The Fault in Our Stars and the Romance of the Teen Cancer Love Story

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I’m 80% sure I’m never going to fall in love again. I mean, at least 75% sure. It’s a pain and a lot of crying and smoking cigarettes when it ends. Because it always ends. Some people (liars) will tell you that it always ends until it doesn’t but the truth is, it always ends. Even if you are the happiest, most perfect, picket fence couple (or triad, no judgment), someone’s got to die. I mean, EVERYONE’s got to die.

Which brings us to the romance of attractive teens dying of cancer. Last night I had the chance to see a sneak preview of The Fault in Our Stars, a top-level Book-to-Movie-Teen-Cancer-Romance, and it completely reenforced my current stance on love: don’t do it. Love nothing. Be an island, be a mountain, stay away from feelings. Unless you want a headache, which I mean literally. TFIOS (as superfans call it) is such a tear-jerker that it needs a new word. It’s not a tear-jerker, it’s a chainsaw-your-chest-opener. It’s a cry-until-your-sobbing-and-you-can’t-breath-and-you-can-tell-by-the-sounds-around-you-nobody-else-can-either-er. I cried so much I really did leave with a headache, the kind you get when your heart is broken, after you’ve cried straight into your pillow for two hours, two days, two months. In this way, it is crying porn–it evokes a physical reaction that is outwardly exactly the same as a physical reaction you get when you love somebody, but it is (thankfully) a hologram copy of real feeling that disappears when the movie is over. Sex porn is a hologram of the fun part of a relationship. TFIOS is a hologram of the hell part.

It isn’t hard to figure out why Attractive Teens in Love Dying of Cancer is such a popular genre. A. The idealized Hollywood teenager is a mix of everything that we all wish we still were but will never be again and probably never were in the first place: thin, hopeful and unspoiled by bad sexual experiences, cruelty and tragedy. In reality all teenagers are a mess. They look weird, have bad skin and know basically nothing about anything. I imagine the one’s with cancer are even more of a mess because they get all of the above PLUS CANCER. And B. Everyone, at least at some point, wishes they had quit while they were ahead. I personally remember a surprise party my friends all threw for me when I was 16 and about to leave as an exchange student for a year. I remember cupcakes and a perfect wild dusk feeling while the sun set and I remember everyone loving me so much. That would have been a romantic time to die, certainly. But, like a lot of us, I did not die then or on any of the many other nights and weekends and mornings and lunch breaks where I felt every single thing in the universe was humming together and I was perfect and that boy was perfect and blah blah everything was beautiful and nothing hurt.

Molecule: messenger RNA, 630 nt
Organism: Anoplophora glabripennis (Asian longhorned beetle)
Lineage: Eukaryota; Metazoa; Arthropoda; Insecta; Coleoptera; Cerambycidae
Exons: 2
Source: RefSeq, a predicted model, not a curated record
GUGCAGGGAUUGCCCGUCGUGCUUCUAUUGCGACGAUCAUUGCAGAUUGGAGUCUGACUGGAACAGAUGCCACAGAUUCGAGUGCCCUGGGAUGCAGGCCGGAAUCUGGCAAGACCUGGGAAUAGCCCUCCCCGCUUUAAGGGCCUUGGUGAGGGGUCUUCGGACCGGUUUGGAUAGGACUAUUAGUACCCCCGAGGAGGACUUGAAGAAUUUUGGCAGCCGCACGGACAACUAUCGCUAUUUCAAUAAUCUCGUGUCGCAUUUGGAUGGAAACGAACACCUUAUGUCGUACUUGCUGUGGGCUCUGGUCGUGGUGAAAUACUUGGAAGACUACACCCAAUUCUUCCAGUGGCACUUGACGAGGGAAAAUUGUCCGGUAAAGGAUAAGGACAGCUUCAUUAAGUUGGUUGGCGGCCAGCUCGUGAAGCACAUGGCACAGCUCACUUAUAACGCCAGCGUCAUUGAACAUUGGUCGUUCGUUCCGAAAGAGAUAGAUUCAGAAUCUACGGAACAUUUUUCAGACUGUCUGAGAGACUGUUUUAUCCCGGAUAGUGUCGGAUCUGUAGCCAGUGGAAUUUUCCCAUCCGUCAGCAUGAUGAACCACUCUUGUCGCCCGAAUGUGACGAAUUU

What I am saying is when I was watching TFIOS, I couldn’t figure out if I was sad I would never feel anything so acutely as that again or if I was really, super fucking glad I wouldn’t feel anything so acutely as that again. Ultimately, I think that is why this movie works, both as crying porn and a pretty okay movie–it’s why the whole Attractive Teen Cancer genre kind of works maybe–because it’s actually right on, it just ends before things get uncomfortable. When I was 18, I was in love. I looked great, the boy looked great, we made out everywhere we could and it was a dream. For eight months. Then it turned horrible and the horrible part, as well as the growing up part, the healing part, the forgiveness part, that lasted for three more years or maybe it’s still going on. That part is hard to put in movies. When teens get to die of cancer in movies, it’s quick and they get to stay pretty up until the last minute and then all there is is to let go. In real life, we all have to die, all relationships have to end, and almost no one accepts either of these things with serenity or style of any kind. I’ve seen old people struggle to hold on for one more minute. I’ve seen people who hate each other stay married for 20 years. Cancer Teens don’t have to suffer these indignities. They get to leave the party first, sober and cool without saying one inappropriate thing, their clothes still on, not having set off fireworks in the house.

I am, I would say, a solid 70% sure I won’t fall in love again. But if say we get multiple lives or something, I would like one of mine to be an Attractive Cancer Teen life. I want to feel the sublime true love that lasts a couple months and ends in tragedy, just once. After that, please bring me back as a tree.

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